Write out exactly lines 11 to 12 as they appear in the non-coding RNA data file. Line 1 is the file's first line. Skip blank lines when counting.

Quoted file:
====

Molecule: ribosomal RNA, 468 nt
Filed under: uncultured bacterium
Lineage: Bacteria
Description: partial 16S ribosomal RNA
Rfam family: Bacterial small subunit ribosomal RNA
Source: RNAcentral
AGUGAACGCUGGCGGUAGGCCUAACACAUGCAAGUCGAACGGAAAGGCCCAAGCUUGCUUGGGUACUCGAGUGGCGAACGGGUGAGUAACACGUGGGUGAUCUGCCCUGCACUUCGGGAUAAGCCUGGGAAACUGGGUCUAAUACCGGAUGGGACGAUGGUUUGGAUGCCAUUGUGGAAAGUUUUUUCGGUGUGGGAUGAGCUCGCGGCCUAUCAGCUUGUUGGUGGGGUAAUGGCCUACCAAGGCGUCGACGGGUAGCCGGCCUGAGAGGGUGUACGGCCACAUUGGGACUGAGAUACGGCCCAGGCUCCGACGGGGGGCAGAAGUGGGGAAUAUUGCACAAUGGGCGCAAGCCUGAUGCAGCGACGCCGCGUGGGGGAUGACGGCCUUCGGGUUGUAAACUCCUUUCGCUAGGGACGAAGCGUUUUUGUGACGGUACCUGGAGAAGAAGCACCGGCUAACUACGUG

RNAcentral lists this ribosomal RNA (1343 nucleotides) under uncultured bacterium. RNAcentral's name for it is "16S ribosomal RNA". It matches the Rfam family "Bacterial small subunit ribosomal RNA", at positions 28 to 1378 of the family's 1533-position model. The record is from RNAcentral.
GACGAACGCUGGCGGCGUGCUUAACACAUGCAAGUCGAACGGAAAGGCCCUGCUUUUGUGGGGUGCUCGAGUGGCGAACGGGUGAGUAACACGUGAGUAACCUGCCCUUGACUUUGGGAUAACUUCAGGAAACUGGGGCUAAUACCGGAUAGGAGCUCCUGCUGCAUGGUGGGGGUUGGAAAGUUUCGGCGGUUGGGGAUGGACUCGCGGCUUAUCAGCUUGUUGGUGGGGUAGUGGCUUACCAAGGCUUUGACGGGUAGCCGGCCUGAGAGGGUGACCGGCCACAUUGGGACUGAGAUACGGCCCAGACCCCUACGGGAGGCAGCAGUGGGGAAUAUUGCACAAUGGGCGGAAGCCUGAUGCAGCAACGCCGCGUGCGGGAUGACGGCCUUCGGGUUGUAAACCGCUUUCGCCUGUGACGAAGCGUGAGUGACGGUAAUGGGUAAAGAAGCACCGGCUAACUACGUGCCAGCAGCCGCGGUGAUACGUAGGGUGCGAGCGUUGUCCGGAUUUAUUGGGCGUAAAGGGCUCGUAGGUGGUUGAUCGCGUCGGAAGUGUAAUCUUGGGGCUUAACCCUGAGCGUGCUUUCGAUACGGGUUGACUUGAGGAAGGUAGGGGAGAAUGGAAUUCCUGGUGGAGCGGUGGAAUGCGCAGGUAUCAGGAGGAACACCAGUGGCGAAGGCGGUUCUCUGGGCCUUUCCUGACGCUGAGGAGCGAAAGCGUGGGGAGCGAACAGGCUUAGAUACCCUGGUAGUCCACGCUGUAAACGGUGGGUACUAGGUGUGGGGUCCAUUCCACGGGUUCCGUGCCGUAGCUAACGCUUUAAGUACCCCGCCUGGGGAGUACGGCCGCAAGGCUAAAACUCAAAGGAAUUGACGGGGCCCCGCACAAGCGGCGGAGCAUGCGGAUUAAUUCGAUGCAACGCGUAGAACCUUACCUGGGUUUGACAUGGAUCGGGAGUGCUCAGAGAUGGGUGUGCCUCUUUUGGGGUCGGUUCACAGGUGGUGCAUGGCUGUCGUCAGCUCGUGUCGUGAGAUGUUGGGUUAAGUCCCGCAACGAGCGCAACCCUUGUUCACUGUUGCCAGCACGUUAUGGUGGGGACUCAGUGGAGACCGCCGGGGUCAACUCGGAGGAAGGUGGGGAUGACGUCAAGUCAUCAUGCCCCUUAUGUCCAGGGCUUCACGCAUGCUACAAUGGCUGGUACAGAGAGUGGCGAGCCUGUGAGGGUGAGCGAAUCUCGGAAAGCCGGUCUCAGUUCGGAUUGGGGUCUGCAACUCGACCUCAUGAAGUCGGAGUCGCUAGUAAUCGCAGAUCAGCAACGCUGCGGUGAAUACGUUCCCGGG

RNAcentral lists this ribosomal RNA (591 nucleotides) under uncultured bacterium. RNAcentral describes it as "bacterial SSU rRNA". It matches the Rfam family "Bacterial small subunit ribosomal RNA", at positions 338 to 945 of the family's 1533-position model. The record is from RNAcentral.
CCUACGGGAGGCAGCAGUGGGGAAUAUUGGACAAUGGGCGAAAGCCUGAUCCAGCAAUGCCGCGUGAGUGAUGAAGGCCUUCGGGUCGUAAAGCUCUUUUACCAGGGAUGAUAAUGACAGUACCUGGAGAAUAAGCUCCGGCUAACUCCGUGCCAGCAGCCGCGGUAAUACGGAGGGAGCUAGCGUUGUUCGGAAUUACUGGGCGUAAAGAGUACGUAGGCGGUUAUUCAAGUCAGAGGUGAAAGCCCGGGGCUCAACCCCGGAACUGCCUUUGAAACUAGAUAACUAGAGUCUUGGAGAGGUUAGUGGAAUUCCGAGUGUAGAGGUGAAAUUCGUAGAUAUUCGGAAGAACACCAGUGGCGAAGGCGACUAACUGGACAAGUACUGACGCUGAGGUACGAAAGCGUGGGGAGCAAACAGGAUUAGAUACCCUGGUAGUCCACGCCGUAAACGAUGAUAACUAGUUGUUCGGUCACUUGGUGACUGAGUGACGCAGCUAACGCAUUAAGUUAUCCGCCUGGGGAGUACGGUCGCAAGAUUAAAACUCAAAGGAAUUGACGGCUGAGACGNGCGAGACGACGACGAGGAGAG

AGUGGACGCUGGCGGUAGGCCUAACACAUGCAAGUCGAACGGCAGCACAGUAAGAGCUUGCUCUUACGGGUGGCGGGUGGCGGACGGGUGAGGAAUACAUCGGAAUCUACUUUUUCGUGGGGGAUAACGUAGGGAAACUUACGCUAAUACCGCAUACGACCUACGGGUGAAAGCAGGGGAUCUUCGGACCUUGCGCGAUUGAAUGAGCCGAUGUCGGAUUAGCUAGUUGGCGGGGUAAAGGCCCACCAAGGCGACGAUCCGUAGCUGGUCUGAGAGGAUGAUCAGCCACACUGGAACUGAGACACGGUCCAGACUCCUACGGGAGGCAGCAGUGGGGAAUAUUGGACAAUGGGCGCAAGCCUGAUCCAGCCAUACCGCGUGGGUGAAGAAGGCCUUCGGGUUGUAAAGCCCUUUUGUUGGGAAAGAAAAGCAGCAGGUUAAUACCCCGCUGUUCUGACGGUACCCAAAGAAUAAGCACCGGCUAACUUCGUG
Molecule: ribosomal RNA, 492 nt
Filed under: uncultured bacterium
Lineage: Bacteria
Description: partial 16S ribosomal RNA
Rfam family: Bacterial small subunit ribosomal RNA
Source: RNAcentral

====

CCUACGGGAGGCAGCAGUGGGGAAUAUUGGACAAUGGGCGAAAGCCUGAUCCAGCAAUGCCGCGUGAGUGAUGAAGGCCUUCGGGUCGUAAAGCUCUUUUACCAGGGAUGAUAAUGACAGUACCUGGAGAAUAAGCUCCGGCUAACUCCGUGCCAGCAGCCGCGGUAAUACGGAGGGAGCUAGCGUUGUUCGGAAUUACUGGGCGUAAAGAGUACGUAGGCGGUUAUUCAAGUCAGAGGUGAAAGCCCGGGGCUCAACCCCGGAACUGCCUUUGAAACUAGAUAACUAGAGUCUUGGAGAGGUUAGUGGAAUUCCGAGUGUAGAGGUGAAAUUCGUAGAUAUUCGGAAGAACACCAGUGGCGAAGGCGACUAACUGGACAAGUACUGACGCUGAGGUACGAAAGCGUGGGGAGCAAACAGGAUUAGAUACCCUGGUAGUCCACGCCGUAAACGAUGAUAACUAGUUGUUCGGUCACUUGGUGACUGAGUGACGCAGCUAACGCAUUAAGUUAUCCGCCUGGGGAGUACGGUCGCAAGAUUAAAACUCAAAGGAAUUGACGGCUGAGACGNGCGAGACGACGACGAGGAGAG

AGUGGACGCUGGCGGUAGGCCUAACACAUGCAAGUCGAACGGCAGCACAGUAAGAGCUUGCUCUUACGGGUGGCGGGUGGCGGACGGGUGAGGAAUACAUCGGAAUCUACUUUUUCGUGGGGGAUAACGUAGGGAAACUUACGCUAAUACCGCAUACGACCUACGGGUGAAAGCAGGGGAUCUUCGGACCUUGCGCGAUUGAAUGAGCCGAUGUCGGAUUAGCUAGUUGGCGGGGUAAAGGCCCACCAAGGCGACGAUCCGUAGCUGGUCUGAGAGGAUGAUCAGCCACACUGGAACUGAGACACGGUCCAGACUCCUACGGGAGGCAGCAGUGGGGAAUAUUGGACAAUGGGCGCAAGCCUGAUCCAGCCAUACCGCGUGGGUGAAGAAGGCCUUCGGGUUGUAAAGCCCUUUUGUUGGGAAAGAAAAGCAGCAGGUUAAUACCCCGCUGUUCUGACGGUACCCAAAGAAUAAGCACCGGCUAACUUCGUG